Saturday, February 20, 2010

Do as I say, as I say you’re doo

Every now and then, someone asks about my military service. I’m glad I was able to serve. My four-plus years in the Coast Guard, during the post-Vietnam Cold-War, saw nothing you’d call “action.” Yet they made me the man I am today. Even boot camp alone, at 17, taught me a lesson you can’t get just anywhere.

The lesson of those first nine weeks in Cape May? It’s a simple one: There’s no limit to what can happen in a job when you can’t easily quit or be fired.

Most of us quickly learned that whatever we were told to do, to do it precisely each and every time. This meant we learned how to swap a deck, clean a bathroom (called a “head” even off ship) till it was spotless, make a bed wrinkle-free (the kids love that one to this day) and groom ourselves impeccably. Okay, so maybe I forgot one.

When our “company” of about fifty men and women screwed up, the usual way Chief Smith, our company commander, punished us was to make us run laps or do endless push-ups—you know, things I like to do for fun today. But what I remember most vividly was how guys were punished for their individual transgressions. I chuckle now when I look back on them. But at the time? I chuckled then, too. None of the best stuff happened to me, after all.

Take the fellow who, when told to remove off all “jewelry” before leaving the locker room for the gym, decided to leave on his watch. Heck, I’ve never considered any watch I’ve owned to be jewelry. But I, like most others, took it off just in case. So as we did our calisthenics in the gym for the next half-hour, the guy with the watch had to run round and round the gym’s perimeter with the arm in the watch held high. “I’ve got my watch on!” he chanted over and over the whole time. “I’ve got my watch on!”

Another fellow recruit decided he’d get in Chief Smith’s good graces, presuming they existed, by sticking as close to him as possible and being the quickest and loudest at replying, “Sir, yes, sir!” to every command. (Yes, the word “Sir” or “Ma’am” had to begin and end every sentence spoken to anyone but a fellow recruit.) His reward for sucking up? Being ordered to circle for a half-hour around the Chief, his arms extended outward, shouting “I’m a satellite—beep beep!”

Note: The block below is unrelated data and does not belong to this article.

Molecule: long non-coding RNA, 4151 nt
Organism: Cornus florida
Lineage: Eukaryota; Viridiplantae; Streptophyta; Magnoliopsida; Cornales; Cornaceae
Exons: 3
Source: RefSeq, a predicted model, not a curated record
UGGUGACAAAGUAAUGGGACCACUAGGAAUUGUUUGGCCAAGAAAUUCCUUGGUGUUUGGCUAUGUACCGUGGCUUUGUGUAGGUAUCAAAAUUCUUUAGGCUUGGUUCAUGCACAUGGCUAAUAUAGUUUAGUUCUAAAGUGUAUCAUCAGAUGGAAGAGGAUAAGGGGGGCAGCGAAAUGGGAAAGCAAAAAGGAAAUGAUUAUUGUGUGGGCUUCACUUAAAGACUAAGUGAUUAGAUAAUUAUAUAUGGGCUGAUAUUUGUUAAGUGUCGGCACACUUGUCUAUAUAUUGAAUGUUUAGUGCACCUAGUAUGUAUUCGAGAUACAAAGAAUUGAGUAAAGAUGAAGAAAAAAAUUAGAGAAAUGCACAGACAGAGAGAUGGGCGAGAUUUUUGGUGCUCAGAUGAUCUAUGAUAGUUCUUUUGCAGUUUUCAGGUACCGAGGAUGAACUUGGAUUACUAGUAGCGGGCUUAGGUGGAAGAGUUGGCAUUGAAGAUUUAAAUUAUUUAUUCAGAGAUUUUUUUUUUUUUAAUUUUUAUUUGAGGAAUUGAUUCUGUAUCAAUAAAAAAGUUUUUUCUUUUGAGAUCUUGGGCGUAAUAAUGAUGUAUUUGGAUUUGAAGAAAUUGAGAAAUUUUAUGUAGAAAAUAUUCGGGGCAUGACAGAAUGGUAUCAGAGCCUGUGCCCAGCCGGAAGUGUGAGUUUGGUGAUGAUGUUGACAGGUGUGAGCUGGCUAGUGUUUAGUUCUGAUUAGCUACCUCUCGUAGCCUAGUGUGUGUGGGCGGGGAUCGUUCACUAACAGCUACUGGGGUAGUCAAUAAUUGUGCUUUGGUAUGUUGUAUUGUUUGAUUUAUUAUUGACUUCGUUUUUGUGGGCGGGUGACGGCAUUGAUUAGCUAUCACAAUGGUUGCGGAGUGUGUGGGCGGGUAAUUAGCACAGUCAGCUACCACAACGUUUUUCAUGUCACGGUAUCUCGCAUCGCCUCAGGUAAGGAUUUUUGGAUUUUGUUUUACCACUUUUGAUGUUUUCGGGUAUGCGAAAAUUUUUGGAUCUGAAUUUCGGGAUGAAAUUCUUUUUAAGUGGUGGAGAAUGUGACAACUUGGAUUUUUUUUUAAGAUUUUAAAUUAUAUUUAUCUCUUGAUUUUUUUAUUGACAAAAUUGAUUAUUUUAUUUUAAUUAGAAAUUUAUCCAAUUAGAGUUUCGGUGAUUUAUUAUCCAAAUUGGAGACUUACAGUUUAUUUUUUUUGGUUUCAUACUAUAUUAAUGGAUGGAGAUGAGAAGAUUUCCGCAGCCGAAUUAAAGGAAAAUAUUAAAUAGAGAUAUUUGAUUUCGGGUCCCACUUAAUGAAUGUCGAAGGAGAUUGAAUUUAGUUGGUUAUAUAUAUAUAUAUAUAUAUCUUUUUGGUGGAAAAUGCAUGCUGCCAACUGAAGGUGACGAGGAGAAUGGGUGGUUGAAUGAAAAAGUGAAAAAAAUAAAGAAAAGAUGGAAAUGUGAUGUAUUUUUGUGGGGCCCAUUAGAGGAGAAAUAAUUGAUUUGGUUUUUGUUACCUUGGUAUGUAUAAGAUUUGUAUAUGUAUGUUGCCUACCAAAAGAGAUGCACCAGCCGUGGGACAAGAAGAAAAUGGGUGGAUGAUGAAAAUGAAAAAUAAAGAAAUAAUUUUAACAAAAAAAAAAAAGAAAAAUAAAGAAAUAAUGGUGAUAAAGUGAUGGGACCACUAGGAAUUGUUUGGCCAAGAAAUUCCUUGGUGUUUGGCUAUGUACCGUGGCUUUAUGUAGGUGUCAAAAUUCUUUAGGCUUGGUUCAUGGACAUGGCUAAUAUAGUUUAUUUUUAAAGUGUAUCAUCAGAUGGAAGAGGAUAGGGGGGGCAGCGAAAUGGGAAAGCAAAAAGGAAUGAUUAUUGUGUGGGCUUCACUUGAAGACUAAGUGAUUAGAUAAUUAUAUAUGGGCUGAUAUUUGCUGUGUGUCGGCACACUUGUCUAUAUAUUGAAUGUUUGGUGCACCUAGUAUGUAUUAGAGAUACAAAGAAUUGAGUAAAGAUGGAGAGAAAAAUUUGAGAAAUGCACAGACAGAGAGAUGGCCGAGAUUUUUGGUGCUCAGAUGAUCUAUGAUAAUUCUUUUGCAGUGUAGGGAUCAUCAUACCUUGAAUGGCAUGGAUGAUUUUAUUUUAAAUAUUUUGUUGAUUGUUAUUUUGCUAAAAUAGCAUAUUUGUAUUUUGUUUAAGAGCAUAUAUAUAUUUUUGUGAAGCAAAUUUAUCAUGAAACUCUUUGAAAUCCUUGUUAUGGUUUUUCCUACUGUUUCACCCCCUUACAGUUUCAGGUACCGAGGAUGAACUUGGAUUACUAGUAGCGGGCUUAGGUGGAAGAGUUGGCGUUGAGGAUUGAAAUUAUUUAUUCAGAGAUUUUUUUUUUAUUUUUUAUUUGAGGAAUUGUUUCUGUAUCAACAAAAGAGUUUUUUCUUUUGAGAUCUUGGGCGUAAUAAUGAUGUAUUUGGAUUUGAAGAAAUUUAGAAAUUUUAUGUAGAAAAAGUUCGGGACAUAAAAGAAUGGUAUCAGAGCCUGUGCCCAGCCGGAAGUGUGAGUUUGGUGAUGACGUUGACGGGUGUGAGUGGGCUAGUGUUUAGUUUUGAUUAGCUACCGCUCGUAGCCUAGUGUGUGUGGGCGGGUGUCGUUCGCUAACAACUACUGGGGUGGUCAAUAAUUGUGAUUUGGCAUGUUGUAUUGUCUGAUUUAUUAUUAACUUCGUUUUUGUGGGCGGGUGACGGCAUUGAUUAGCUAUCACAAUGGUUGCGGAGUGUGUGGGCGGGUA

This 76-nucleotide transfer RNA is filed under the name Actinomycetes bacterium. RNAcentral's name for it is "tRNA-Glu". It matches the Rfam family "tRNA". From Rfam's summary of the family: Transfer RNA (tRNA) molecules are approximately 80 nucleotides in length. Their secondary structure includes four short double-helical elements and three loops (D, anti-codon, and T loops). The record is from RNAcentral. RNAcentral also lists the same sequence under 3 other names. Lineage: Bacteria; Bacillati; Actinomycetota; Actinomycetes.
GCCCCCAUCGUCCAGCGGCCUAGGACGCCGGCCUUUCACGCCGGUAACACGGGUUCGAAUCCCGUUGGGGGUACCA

Two guys from a different company (new victims arrived every week) apparently had gotten into a fistfight, which had occurred another day before we arrived at the track. The part I saw, while we practiced our drills on the quad, was their penalty. For several laps the two jogged side-by-side on the track, shadow-boxing into the air as they went along and having one repetitive dialogue. “I like you,” one recited as commanded. “I like you, too,” came the reply.

Not that it was all marching and exercises in those weeks before we graduated boot camp and my enlistment became, with exceptions, more like a regular job. Sometimes, in fact, recruits got to lie down in the middle of the day. Only you wouldn’t call it leisure. We saw it often, with one particular company whose barracks we marched past on our way to class. In response to some act of disrespect—maybe something as simple as dust found during an inspection—it was a form of discipline company commanders liked to call the “dying cockroach.” Supine position, arms and legs in the air and flailing, the whole bit…everything but the giant shoe that steps down from above.

Of course, there was a point: the notion of tearing people down to build them back stronger. Such merciless antics united us against a common enemy, the company commander, even as we came to form a team. Some of us, within weeks, might be boarding boats of drug runners off the Florida coast. Would you want someone unvetted at your side with a loaded gun?

Once, as we neared graduation, we even could hear the pride in Chief Smith’s voice when he spoke with us about what to expect after basic training. We learned something else: He wasn’t a bad guy.

But it took effort to arrive at such perspective. What it took was a little imagination, of somehow picturing Chief Smith as a young, misbehaving Seaman Recruit Smith. Who’d, for instance, left the covers a bit rumpled on his bed.

On his back. His arms and legs flailing in the noonday sun.

No comments :

Post a Comment